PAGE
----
The Artemis I rocket will not have its third launch attempt on Tuesday as planned due to concerns over Tropical Storm Ian making its way toward Cuba and Florida.
NASA’s Artemis team decided on Saturday morning to forego the September 27 launch opportunity and is now preparing the mega moon rocket stack for rollback.
“On Tuesday, Tropical Storm Ian is forecast to be moving north through the eastern Gulf of Mexico as a hurricane, just off the southwest coast of Florida. A cold front will also be draped across northern Florida pushing south,” said CNN Meteorologist Haley Brink.
“The combination of these weather factors will increase rain chances across much of the Florida peninsula, including the Cape Canaveral area, on Tuesday.” Showers and thunderstorms are expected to be widespread across the region. Ian’s tropical storm-force winds could reach central Florida as early as Tuesday night.”
Meanwhile, the Space Launch System rocket and Orion spacecraft continue to sit on the launchpad at Kennedy Space Center in Florida.
Team members will continue to monitor the weather as they decide when to roll the rocket stack back into the Vehicle Assembly Building at Kennedy Space Center. NASA will consult with the US Space Force, the National Hurricane Center, and the National Oceanic and Atmospheric Administration before making a decision.
Engineers have deferred their final decision about when to roll back as they gather additional data and analysis. Should the team decide to roll back the rocket inside the building, that process would begin late Sunday night or early Monday.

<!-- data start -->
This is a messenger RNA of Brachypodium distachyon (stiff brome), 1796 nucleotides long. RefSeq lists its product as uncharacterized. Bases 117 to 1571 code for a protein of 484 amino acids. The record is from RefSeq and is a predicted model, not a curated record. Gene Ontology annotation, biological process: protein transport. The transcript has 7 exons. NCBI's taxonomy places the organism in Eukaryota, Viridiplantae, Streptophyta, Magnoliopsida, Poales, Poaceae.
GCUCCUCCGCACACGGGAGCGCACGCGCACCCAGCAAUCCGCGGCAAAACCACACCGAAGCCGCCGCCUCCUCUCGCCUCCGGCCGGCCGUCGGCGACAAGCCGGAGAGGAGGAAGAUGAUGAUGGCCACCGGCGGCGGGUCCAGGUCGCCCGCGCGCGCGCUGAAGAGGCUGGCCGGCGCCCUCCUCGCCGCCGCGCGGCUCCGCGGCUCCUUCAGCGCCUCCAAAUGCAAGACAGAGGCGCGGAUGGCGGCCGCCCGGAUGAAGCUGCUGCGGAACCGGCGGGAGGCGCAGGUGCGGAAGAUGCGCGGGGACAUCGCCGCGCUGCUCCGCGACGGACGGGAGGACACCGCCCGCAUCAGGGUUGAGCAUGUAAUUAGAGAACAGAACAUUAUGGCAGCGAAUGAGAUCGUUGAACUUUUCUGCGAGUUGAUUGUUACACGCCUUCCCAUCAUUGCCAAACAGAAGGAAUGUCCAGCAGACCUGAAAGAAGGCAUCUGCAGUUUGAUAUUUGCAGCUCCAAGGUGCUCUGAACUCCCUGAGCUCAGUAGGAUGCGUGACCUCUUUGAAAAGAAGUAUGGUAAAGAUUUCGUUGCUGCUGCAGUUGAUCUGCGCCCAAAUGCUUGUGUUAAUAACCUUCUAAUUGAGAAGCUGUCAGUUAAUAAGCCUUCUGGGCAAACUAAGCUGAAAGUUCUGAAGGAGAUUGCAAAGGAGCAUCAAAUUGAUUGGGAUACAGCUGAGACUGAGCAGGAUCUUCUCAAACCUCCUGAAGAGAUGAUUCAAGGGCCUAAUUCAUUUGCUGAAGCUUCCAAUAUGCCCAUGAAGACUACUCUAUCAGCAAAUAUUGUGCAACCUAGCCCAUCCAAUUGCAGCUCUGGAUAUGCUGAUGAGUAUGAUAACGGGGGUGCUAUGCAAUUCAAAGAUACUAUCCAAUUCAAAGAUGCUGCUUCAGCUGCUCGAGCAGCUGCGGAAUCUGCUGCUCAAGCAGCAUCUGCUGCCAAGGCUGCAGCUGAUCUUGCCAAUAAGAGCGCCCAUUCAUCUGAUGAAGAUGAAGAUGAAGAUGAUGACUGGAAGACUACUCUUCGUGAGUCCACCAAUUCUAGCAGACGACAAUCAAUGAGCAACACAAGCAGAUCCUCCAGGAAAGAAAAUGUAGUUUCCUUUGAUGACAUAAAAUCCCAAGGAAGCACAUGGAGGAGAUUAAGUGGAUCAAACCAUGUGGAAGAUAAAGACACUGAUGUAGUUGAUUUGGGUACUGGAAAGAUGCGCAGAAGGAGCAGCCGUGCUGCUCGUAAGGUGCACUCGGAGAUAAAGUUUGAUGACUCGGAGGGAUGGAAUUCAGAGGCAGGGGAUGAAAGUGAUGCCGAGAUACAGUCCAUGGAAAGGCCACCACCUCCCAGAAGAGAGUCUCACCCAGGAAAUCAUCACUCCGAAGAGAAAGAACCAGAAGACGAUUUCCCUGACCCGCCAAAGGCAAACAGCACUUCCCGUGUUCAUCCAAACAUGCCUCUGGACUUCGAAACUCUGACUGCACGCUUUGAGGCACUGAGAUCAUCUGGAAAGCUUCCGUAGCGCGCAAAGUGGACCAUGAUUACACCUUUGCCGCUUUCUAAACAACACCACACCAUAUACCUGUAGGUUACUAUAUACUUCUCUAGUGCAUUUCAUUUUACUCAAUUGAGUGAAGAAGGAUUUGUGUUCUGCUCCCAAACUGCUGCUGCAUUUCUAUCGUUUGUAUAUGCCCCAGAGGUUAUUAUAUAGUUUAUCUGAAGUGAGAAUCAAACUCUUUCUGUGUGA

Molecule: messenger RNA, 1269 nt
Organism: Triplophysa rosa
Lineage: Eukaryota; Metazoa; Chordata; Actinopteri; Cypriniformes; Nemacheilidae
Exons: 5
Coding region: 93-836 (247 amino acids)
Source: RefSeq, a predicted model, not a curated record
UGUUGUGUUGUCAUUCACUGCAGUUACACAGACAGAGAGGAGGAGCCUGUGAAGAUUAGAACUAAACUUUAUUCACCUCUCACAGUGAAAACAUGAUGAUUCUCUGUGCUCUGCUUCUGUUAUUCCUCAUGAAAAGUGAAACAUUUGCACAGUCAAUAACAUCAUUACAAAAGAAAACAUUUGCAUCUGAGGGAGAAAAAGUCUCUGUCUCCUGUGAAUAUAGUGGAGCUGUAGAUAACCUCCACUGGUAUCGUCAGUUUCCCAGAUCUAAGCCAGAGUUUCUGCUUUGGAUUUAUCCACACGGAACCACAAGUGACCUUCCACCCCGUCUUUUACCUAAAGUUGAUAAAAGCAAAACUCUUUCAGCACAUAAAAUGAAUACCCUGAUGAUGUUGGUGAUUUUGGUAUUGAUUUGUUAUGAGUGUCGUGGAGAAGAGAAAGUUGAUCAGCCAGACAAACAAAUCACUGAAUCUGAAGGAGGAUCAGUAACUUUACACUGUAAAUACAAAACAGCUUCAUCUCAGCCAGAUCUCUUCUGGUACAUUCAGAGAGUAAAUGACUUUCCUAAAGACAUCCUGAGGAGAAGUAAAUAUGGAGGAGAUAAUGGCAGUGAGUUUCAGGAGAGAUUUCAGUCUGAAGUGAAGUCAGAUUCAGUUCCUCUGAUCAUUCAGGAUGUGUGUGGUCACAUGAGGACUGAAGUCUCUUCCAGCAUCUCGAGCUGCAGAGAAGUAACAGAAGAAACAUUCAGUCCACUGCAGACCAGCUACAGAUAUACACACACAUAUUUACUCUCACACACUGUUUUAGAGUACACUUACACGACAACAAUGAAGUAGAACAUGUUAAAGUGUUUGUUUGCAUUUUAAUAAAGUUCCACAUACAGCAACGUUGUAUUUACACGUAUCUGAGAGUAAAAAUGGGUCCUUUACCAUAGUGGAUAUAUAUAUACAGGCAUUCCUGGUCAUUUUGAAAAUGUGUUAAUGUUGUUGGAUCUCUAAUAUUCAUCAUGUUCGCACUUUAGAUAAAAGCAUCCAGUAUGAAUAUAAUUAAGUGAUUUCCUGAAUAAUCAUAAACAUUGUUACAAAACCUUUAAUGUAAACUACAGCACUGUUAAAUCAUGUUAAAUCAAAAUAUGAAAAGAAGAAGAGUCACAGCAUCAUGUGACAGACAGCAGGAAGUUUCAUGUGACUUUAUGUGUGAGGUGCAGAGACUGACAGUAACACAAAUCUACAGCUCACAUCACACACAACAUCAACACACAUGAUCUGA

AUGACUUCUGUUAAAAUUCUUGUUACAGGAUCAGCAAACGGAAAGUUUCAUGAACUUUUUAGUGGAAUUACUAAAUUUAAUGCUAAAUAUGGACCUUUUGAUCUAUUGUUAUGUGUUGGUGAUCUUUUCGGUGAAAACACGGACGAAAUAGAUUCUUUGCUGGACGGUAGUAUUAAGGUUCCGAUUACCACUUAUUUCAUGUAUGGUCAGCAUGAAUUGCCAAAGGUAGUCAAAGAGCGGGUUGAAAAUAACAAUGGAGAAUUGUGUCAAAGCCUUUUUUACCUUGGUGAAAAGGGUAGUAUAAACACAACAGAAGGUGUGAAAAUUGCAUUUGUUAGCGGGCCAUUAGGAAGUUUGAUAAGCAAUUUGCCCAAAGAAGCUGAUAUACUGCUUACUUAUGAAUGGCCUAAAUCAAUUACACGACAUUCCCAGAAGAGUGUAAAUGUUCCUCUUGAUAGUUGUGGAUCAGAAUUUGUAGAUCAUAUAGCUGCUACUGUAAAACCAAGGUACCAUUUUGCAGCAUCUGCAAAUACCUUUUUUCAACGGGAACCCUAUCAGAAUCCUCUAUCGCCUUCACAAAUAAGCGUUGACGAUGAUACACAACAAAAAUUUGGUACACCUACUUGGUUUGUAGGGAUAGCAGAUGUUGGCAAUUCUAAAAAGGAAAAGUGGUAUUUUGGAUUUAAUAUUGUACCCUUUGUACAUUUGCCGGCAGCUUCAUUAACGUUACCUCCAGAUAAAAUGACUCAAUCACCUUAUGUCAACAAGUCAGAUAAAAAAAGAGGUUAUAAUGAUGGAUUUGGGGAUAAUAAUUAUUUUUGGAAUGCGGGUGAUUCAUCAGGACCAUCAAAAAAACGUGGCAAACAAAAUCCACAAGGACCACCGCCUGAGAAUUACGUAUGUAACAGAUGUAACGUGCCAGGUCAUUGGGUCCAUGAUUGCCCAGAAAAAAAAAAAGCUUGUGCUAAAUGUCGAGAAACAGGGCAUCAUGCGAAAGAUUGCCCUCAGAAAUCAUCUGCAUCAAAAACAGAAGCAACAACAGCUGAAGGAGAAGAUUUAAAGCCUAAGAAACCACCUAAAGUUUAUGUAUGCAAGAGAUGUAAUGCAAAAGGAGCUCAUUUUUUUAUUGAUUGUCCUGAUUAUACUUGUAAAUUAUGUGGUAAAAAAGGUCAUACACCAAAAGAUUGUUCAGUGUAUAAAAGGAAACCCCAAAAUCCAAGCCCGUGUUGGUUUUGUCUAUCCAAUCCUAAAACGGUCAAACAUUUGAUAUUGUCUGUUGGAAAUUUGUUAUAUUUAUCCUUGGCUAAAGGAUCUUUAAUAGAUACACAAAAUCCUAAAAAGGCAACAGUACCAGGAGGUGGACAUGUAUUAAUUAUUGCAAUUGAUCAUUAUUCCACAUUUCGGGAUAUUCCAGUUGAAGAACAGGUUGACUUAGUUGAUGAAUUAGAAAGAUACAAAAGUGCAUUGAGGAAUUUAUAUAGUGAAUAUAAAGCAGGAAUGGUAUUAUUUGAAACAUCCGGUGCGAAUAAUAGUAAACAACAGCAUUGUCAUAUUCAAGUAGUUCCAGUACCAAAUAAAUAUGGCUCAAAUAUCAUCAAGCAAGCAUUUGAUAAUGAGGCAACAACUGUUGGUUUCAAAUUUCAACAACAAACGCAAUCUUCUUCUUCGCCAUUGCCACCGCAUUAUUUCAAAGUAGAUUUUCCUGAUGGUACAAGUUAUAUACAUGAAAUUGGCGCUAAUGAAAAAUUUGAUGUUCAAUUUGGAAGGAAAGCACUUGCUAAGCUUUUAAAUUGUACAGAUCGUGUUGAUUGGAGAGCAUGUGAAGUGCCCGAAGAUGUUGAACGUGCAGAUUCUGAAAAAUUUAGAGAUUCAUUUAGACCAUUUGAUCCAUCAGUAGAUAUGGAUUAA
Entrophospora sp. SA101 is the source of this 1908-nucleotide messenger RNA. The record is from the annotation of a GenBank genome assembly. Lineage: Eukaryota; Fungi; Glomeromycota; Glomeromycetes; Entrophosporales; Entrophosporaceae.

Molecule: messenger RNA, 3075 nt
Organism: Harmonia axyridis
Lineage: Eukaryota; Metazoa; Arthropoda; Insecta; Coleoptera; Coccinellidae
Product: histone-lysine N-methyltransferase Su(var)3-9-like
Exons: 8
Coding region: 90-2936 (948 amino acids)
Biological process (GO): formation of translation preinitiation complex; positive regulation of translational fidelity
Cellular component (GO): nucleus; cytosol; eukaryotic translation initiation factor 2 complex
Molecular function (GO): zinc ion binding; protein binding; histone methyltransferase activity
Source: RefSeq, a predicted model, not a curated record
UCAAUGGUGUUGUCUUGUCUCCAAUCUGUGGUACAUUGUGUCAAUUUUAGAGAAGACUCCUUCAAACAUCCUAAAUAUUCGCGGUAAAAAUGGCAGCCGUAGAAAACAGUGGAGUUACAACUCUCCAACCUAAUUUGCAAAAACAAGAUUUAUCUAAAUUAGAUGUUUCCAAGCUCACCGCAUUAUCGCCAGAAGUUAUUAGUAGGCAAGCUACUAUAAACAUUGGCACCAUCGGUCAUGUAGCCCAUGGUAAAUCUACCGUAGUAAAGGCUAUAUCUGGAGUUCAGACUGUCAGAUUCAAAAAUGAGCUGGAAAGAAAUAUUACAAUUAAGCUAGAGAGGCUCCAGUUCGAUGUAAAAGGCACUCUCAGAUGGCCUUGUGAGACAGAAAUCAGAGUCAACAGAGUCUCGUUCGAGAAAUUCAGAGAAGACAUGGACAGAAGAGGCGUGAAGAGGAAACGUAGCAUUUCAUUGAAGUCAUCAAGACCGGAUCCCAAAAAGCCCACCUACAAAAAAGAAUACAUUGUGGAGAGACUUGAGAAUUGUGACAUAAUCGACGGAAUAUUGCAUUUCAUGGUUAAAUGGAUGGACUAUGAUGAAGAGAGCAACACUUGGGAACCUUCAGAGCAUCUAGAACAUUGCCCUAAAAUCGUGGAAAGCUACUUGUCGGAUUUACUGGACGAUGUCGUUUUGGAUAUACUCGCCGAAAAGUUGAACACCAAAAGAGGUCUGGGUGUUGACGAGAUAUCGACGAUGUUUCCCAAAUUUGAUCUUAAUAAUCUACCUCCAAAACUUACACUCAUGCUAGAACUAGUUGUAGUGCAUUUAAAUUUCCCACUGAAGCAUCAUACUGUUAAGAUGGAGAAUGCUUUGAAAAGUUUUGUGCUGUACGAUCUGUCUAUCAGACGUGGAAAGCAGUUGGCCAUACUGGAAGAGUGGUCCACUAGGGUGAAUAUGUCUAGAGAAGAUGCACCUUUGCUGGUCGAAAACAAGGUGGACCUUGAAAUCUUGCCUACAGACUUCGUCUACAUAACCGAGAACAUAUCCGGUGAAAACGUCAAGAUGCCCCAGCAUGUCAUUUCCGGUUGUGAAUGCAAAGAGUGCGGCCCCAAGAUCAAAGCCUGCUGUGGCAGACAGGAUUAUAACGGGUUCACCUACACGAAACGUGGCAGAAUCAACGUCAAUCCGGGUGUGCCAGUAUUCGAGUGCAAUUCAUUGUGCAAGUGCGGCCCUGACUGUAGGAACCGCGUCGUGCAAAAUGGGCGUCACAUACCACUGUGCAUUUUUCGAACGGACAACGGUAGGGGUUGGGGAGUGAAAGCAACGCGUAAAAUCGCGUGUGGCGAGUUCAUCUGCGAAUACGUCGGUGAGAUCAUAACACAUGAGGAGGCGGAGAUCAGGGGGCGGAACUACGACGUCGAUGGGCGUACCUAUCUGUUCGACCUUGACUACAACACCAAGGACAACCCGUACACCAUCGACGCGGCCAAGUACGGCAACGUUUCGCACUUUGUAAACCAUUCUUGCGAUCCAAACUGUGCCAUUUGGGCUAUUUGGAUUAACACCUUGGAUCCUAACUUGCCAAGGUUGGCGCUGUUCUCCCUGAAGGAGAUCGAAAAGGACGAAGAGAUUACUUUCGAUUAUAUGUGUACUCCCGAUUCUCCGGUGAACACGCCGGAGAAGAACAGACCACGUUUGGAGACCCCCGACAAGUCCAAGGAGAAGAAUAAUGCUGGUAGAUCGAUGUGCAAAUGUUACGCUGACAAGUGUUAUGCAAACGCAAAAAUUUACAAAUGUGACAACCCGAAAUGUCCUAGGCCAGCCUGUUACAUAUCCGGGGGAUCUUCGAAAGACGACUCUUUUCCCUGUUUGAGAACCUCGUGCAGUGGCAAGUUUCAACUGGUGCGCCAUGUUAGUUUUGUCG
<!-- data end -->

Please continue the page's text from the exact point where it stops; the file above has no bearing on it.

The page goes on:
The preparations can cut the three-day process of rolling the spacecraft back inside in half. It can take 10 hours or more once the vehicle is on the slow-moving crawler transport.
The rocket stack can withstand winds of up to 85 miles per hour while remaining on the launch pad (74.1 knots). If the stack must be rolled back into the building, it can withstand sustained winds of up to 46 miles per hour (40 knots).
On Friday, the Artemis team said that October 2 was a backup launch date. But it’s unlikely that new launch date will be set until the rollback decision has been made.
According to a NASA release, “the agency is taking a step-by-step approach to its decision-making process to allow the agency to protect its employees by completing a safe roll in time for them to address the needs of their families while also protecting the option to press forward with another launch opportunity in the current window if weather predictions improve.”
Concerns about a developing weather system in the Caribbean make the weather only 20% favourable for a launch, according to a forecast released by the US Space Force on Friday.
Due to launch constraints, the Artemis I mission cannot fly through any precipitation. According to the Space Force, the launch constraints are intended to avoid natural and rocket-triggered lightning strikes on in-flight rockets, which could cause damage to the rocket and endanger public safety.
Rocket-triggered lightning forms when a large rocket flies through a strong enough atmospheric electric field, so a cloud that is not producing natural lightning could still cause rocket-triggered lightning, according to the Space Force.